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Childrensalon Group Limited
Modern Slavery Statement

Statement as of 1st November 2022
Financial year ends 31st December 2021

This statement is made on behalf of Childrensalon Group Limited and Childrensalon Limited (collectively ‘Childrensalon’) pursuant to Section 54(1) of the Modern Slavery Act (the "Act") and constitutes our slavery and human trafficking statement for the financial year ending 31 December 2021.

Introduction from the Co-Chief Executive Officers

At Childrensalon, family is at the heart of everything we do, and our business has been built on the foundation of respect and care for both people and the planet. As leaders in the e-commerce industry, we will not tolerate slavery, human trafficking or forced labour of any description within our business or supply chains.

We recognise our moral and legal responsibility to help prevent modern slavery and human trafficking and commit to taking robust and effective steps to ensure no such activities arise in the operation of our business.

Our aim is to achieve the highest ethical standards in this regard as we all have a responsibility to be alert to the risks of modern slavery and human trafficking in all our daily activities. With that in mind, our employees are expected to report to us any concerns they may have in this regard and our managers are expected to act upon any concerns raised without delay.

This statement sets out the action we have taken to identify, understand and address risks of modern slavery and human trafficking to ensure that there is none in our business or our supply chains.

Affie Scott- Read, Co-CEO and Mel Ng, Co-CEO

Our structure, business, and supply chains

Childrensalon’s business is an online retail store for luxury childrenswear and accessories. We purchase ready made products from well-established and often well-known brands to sell online to customers from around the world.

Our head office is in Tunbridge Wells, Kent and we run a small retail shop in that town. We employ approximately 520 employees, all in the UK.

The majority of the products we sell are purchased from suppliers within Western Europe (particularly France, Spain, Italy, and Portugal) and the USA. A small amount of our products are purchased from Turkey, Eastern Europe, China, and India.

We manufacture our own brand childrenswear and this accounts for a small percent of our product offering. Our own brand items are primarily manufactured in Europe. Some items also come from Asia and South America.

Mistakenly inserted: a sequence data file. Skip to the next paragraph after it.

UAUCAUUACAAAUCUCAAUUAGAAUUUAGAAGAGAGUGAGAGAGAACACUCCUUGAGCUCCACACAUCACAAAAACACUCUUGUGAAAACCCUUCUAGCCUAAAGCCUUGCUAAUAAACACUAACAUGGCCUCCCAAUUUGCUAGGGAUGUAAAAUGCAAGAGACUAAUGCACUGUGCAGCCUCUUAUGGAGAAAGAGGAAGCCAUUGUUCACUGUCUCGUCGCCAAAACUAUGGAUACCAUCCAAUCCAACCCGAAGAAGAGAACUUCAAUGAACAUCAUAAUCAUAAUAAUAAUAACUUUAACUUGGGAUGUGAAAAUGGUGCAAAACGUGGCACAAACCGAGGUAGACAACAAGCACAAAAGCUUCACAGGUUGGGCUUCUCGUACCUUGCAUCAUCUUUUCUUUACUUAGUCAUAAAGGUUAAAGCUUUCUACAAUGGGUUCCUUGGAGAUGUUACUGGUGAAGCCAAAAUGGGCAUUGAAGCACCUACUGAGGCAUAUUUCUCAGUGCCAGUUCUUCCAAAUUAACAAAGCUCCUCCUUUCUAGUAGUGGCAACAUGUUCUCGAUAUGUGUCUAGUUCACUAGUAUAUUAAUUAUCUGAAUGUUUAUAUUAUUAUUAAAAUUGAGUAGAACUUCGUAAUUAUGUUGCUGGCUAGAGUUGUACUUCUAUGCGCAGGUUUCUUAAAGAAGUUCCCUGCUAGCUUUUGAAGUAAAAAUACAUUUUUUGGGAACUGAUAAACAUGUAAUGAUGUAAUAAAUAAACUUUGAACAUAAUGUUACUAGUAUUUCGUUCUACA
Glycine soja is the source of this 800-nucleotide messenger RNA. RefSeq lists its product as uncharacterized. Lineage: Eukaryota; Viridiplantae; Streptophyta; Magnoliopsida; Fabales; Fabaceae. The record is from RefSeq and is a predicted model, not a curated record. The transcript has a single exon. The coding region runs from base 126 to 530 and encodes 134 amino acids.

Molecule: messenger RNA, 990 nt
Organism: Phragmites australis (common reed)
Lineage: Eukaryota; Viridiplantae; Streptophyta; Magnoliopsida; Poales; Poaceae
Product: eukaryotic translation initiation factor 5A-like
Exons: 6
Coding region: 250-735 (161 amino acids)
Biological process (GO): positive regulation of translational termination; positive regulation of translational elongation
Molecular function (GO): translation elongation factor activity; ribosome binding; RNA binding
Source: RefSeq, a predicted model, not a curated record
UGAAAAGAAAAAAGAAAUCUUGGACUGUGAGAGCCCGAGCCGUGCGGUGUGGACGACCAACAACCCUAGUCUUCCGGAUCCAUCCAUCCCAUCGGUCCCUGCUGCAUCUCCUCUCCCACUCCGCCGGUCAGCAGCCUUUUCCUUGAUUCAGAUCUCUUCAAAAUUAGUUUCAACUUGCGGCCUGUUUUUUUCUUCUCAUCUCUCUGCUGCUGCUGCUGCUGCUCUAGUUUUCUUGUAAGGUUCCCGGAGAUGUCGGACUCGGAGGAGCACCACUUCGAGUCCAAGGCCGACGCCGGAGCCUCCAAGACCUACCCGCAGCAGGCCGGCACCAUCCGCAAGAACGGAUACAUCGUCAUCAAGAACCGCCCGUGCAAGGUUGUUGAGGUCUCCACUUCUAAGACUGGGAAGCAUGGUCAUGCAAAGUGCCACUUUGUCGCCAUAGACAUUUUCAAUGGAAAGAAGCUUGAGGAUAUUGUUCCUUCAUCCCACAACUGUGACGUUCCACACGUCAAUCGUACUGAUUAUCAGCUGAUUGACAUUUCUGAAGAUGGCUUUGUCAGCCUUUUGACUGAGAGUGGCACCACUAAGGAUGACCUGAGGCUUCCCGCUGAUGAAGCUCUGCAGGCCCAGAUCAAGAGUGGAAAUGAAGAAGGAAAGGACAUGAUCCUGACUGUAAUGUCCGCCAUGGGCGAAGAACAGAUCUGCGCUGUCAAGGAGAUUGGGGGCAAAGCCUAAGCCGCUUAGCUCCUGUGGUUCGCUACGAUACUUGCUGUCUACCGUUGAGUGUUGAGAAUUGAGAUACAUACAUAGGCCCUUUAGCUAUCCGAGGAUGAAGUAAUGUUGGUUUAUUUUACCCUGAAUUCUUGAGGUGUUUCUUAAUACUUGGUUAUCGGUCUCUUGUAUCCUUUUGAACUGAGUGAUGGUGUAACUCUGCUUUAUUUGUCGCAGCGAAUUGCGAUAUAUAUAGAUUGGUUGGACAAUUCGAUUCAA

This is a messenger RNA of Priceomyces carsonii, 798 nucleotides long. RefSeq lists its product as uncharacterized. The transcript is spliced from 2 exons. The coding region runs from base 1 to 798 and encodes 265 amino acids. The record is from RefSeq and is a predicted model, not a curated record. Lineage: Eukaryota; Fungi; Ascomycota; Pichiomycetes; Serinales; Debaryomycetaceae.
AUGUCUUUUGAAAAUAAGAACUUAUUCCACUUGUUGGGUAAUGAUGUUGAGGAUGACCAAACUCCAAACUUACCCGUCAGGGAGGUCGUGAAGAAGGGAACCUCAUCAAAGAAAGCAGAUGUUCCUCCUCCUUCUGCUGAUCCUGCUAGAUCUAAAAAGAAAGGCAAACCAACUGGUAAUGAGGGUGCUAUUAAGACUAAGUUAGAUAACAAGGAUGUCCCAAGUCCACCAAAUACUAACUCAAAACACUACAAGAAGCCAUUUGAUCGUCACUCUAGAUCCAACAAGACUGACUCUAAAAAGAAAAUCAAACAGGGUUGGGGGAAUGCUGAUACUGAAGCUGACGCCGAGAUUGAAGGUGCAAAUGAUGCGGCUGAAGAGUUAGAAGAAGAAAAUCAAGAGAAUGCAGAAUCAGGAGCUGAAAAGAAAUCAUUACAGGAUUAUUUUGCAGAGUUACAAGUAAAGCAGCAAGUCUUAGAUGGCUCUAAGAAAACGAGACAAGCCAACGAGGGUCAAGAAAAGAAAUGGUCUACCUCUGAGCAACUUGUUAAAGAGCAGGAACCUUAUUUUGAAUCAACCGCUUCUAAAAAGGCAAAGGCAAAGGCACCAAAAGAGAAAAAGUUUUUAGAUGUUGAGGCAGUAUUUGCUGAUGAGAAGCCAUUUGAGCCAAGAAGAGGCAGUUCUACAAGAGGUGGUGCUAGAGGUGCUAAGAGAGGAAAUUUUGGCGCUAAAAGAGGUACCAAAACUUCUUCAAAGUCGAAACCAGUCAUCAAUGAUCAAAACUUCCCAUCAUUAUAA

Our stock of both purchased and manufactured products are stored at our premises in Kent, England.

Some of our products are supplied from areas with a higher risk of human trafficking and slavery.


Responsibility for our anti-slavery initiatives is as follows:

  • Overall: Our Chief of Corporate Affairs & Communication has been appointed as the key contact for issues relating to modern slavery and human trafficking within our UK operations. Our Merchandising Director and Head Buyer have been appointed as the key contacts for modern slavery and human trafficking issues within our supply chains. We have also recruited a new Head of CSR to focus on improving our internal compliance accountability.
  • Risk assessments: For our supply chains, the Chief of Corporate Affairs & Communication is responsible for carrying out the modern slavery and human trafficking risk analysis.

Relevant Policies

Childrensalon has in place the following policies that set out our approach to the identification and prevention of modern slavery and human trafficking in our own business and our supply chains.

  • Modern Slavery Policy: Our Modern Slavery Policy reflects our commitment to acting ethically and with integrity in all our business relationships and to implementing and enforcing effective systems and controls to ensure slavery and human trafficking is not taking place anywhere in our supply chains.
  • Supplier Code of Conduct: We are committed to ensuring that our suppliers adhere to the highest ethical standards. Suppliers are required to demonstrate that they provide their workers with safe working conditions, treat them with dignity and respect, and act ethically and within the law in their use of labour. Serious violations of Childrensalon's supplier code of conduct will lead to the termination of the business relationship.

Due Diligence and Compliance